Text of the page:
I FELT sad on reading “Be sensitive to children’s feelings” (The Star, June 4). Children’s lifestyle nowadays is totally different from that of our days and we as parents should not compare living our sweet old days with our children’s.

I still remember the words expressed by my father on the very first day he sent me to school. He told the teacher: “Do whatever necessary, and make him study.”

The words are like licence to my teacher to punish my friends and me with their old hard method when correcting our mistakes.

Yes, that was good enough for those days because we didn’t even know what child psychology was then.

Now, student psychology has became part of the curriculum in teacher’s training colleges. Teachers are urged by the Education Ministry to use psychology to overcome children’s problems in school rather than using disciplinary action.

As the writer said, suicide is a preventable “illness” and sometimes the cure can be a simple solution if only we can understand the child’s problem and find a suitable solution to help him.

I would also say parental guidance is vital to curbing such grievous incidents from threatening society.

Parents in our time placed emphasis on religious values, taking their children to the temple, church or mosque. Children learned the importance of religious values in life.

In those days, even though parents sometimes had to use the hard way to correct our mistakes, the next moment, by their actions, they would show care and love.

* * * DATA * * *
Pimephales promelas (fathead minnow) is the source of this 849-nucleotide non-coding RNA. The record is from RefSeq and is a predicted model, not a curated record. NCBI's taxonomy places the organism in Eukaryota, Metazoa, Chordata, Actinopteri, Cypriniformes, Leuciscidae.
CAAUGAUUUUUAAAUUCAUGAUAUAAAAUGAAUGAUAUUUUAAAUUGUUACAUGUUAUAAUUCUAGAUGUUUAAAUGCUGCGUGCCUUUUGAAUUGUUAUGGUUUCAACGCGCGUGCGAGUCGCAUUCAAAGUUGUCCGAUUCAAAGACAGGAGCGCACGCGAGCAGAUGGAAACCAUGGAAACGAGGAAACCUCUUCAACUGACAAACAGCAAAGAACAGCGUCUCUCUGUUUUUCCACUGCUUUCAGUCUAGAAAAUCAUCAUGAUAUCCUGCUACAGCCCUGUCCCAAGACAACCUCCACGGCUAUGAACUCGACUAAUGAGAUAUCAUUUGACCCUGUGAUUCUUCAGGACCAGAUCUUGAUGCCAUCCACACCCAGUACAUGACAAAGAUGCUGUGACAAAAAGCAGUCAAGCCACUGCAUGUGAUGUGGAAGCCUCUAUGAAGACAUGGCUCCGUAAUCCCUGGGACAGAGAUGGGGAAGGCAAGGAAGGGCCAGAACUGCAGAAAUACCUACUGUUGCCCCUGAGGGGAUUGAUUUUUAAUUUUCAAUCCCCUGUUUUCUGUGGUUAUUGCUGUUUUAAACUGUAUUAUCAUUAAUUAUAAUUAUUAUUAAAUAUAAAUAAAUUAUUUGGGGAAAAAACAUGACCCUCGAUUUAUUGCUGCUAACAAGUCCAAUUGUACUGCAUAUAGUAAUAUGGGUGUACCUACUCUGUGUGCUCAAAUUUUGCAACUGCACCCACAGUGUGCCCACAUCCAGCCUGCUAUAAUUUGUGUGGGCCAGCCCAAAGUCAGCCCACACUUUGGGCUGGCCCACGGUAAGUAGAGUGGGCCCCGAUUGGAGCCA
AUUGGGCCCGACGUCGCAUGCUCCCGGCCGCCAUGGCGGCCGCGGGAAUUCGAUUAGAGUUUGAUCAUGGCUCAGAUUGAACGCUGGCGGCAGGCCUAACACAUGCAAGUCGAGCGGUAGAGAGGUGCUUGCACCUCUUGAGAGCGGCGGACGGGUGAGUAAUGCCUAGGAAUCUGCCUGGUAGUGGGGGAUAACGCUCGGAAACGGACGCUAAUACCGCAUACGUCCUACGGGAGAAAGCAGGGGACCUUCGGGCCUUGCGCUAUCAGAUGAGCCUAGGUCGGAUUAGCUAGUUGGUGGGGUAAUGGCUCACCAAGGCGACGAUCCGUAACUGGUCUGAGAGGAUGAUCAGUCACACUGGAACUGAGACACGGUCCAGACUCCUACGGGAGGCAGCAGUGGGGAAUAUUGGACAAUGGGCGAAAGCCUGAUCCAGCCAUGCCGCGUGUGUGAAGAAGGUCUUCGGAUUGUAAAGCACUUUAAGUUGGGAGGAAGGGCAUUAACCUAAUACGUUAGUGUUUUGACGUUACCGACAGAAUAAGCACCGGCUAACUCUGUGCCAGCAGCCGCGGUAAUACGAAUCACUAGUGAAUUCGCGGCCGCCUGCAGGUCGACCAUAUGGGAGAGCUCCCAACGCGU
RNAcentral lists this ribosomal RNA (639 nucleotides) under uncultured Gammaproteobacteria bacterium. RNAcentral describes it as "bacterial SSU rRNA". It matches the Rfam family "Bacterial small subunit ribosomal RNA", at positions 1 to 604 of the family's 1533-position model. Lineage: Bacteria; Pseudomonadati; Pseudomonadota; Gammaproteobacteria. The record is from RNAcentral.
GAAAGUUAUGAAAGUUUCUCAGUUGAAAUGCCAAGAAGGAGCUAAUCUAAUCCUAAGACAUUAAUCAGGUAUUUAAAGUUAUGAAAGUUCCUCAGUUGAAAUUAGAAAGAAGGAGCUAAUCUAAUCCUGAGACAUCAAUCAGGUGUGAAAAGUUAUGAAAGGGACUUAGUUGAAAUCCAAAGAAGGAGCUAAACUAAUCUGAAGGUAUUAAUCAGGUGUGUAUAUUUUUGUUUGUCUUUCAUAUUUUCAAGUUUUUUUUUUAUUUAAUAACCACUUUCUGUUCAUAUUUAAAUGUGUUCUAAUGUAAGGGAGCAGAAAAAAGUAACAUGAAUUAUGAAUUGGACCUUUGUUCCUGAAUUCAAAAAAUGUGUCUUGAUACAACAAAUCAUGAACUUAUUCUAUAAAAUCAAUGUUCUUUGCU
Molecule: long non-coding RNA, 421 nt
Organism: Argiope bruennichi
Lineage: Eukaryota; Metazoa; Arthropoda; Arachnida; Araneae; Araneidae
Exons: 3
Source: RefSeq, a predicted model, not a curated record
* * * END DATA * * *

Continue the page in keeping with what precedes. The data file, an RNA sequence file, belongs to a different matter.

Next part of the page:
Our grandparents, too, from time to time, stressed the importance of cultural values and nurtured these in the young children’s hearts so that the next generation would not lose them.

Everything has now changed and more and more pressure is put by parents on their children to excel academically, to improve their career prospects.

But what is most important is to teach our kids to become more stable in their psychological make-up. Giving them a luxurious life is not a good way to build inner strength. Parents should spend more time with their children. They still need us to build their identity.

Give them every opportunity to build a good character. Talk with them and give them a way to express and share their problems in their daily life.

We as parents shouldn’t let them solve their problems their own way because they are still not mature enough to properly weigh their problems or they may have difficulty in solving them.

Let’s play our part to instil strong and good character traits in our children, and not leave this job to the teachers.

Academically, teachers may know our kids better but we parents know their hearts better.

Yes, we, the parents are the first teacher, the first facilitator and first counsellor to our kids. If we can play our role effectively, we can build a very strong young generation capable of facing the future bravely and confidently.

Let’s move from now to guide and teach our kids to become strong and brave.


Shah Alam.

2012, Arkib Berita, Bahasa, Forum, Masalah Guru, Pembangunan Sekolah, Rencana, Subjek

English a link to new avenues of knowledge and builds confidence

Wednesday June 6, 2012



PETALING JAYA: The English teacher’s bread and butter revolves around the language itself. It is the cornerstone of their profession, but what else does it do for them?

According to SMK Kota Masai 2, Johor, English teacher Vincent Tan, English does a whole lot more than give them a job.

“There is always room for self-development through the use of English,” said the young teacher who has reaped the benefits of fluent English.

He said the advantages of English were universal.

“English is a bridge of sorts. It not only helps you communicate, it links you to new avenues of knowledge and builds your confidence. You can’t go wrong improving your proficiency in the language,” he said.